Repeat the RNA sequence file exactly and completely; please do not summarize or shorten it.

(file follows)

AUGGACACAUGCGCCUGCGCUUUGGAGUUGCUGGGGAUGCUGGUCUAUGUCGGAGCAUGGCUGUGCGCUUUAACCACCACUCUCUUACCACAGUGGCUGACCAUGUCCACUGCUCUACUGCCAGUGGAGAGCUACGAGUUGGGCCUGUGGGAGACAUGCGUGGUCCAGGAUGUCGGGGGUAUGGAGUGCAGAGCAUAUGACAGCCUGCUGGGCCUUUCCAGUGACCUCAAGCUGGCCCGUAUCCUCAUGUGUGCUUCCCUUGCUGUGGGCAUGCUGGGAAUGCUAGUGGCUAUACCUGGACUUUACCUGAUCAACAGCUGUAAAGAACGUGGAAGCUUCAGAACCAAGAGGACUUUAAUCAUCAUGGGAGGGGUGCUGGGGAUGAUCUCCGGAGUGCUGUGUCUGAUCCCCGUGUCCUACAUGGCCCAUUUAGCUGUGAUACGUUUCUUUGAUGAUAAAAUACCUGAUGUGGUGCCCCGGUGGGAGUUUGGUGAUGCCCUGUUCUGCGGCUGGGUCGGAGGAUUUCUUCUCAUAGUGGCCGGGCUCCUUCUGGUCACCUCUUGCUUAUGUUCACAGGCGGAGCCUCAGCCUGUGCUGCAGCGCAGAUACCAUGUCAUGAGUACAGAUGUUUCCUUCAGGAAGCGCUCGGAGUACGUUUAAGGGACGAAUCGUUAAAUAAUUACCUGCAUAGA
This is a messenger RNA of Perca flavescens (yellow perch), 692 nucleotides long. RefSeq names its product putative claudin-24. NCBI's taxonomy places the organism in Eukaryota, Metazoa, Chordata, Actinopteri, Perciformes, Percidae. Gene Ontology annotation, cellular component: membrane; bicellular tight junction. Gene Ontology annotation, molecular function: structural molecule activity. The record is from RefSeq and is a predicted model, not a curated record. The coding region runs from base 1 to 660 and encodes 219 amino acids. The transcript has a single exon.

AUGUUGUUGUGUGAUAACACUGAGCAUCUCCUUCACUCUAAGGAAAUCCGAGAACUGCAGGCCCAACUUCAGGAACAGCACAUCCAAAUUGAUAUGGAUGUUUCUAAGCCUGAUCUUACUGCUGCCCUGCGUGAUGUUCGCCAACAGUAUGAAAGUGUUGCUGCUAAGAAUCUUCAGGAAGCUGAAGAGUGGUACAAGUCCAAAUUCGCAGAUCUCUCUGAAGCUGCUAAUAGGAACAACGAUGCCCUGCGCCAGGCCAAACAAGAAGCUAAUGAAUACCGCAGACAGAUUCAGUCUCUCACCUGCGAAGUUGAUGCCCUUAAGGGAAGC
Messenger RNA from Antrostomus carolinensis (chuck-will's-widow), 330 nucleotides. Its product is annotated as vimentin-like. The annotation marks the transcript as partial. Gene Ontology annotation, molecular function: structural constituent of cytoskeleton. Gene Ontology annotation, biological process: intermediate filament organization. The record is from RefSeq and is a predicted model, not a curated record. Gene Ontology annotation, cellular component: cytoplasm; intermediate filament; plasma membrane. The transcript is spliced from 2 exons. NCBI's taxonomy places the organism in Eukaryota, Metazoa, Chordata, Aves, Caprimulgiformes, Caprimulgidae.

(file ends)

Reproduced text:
AUGGACACAUGCGCCUGCGCUUUGGAGUUGCUGGGGAUGCUGGUCUAUGUCGGAGCAUGGCUGUGCGCUUUAACCACCACUCUCUUACCACAGUGGCUGACCAUGUCCACUGCUCUACUGCCAGUGGAGAGCUACGAGUUGGGCCUGUGGGAGACAUGCGUGGUCCAGGAUGUCGGGGGUAUGGAGUGCAGAGCAUAUGACAGCCUGCUGGGCCUUUCCAGUGACCUCAAGCUGGCCCGUAUCCUCAUGUGUGCUUCCCUUGCUGUGGGCAUGCUGGGAAUGCUAGUGGCUAUACCUGGACUUUACCUGAUCAACAGCUGUAAAGAACGUGGAAGCUUCAGAACCAAGAGGACUUUAAUCAUCAUGGGAGGGGUGCUGGGGAUGAUCUCCGGAGUGCUGUGUCUGAUCCCCGUGUCCUACAUGGCCCAUUUAGCUGUGAUACGUUUCUUUGAUGAUAAAAUACCUGAUGUGGUGCCCCGGUGGGAGUUUGGUGAUGCCCUGUUCUGCGGCUGGGUCGGAGGAUUUCUUCUCAUAGUGGCCGGGCUCCUUCUGGUCACCUCUUGCUUAUGUUCACAGGCGGAGCCUCAGCCUGUGCUGCAGCGCAGAUACCAUGUCAUGAGUACAGAUGUUUCCUUCAGGAAGCGCUCGGAGUACGUUUAAGGGACGAAUCGUUAAAUAAUUACCUGCAUAGA
This is a messenger RNA of Perca flavescens (yellow perch), 692 nucleotides long. RefSeq names its product putative claudin-24. NCBI's taxonomy places the organism in Eukaryota, Metazoa, Chordata, Actinopteri, Perciformes, Percidae. Gene Ontology annotation, cellular component: membrane; bicellular tight junction. Gene Ontology annotation, molecular function: structural molecule activity. The record is from RefSeq and is a predicted model, not a curated record. The coding region runs from base 1 to 660 and encodes 219 amino acids. The transcript has a single exon.

AUGUUGUUGUGUGAUAACACUGAGCAUCUCCUUCACUCUAAGGAAAUCCGAGAACUGCAGGCCCAACUUCAGGAACAGCACAUCCAAAUUGAUAUGGAUGUUUCUAAGCCUGAUCUUACUGCUGCCCUGCGUGAUGUUCGCCAACAGUAUGAAAGUGUUGCUGCUAAGAAUCUUCAGGAAGCUGAAGAGUGGUACAAGUCCAAAUUCGCAGAUCUCUCUGAAGCUGCUAAUAGGAACAACGAUGCCCUGCGCCAGGCCAAACAAGAAGCUAAUGAAUACCGCAGACAGAUUCAGUCUCUCACCUGCGAAGUUGAUGCCCUUAAGGGAAGC
Messenger RNA from Antrostomus carolinensis (chuck-will's-widow), 330 nucleotides. Its product is annotated as vimentin-like. The annotation marks the transcript as partial. Gene Ontology annotation, molecular function: structural constituent of cytoskeleton. Gene Ontology annotation, biological process: intermediate filament organization. The record is from RefSeq and is a predicted model, not a curated record. Gene Ontology annotation, cellular component: cytoplasm; intermediate filament; plasma membrane. The transcript is spliced from 2 exons. NCBI's taxonomy places the organism in Eukaryota, Metazoa, Chordata, Aves, Caprimulgiformes, Caprimulgidae.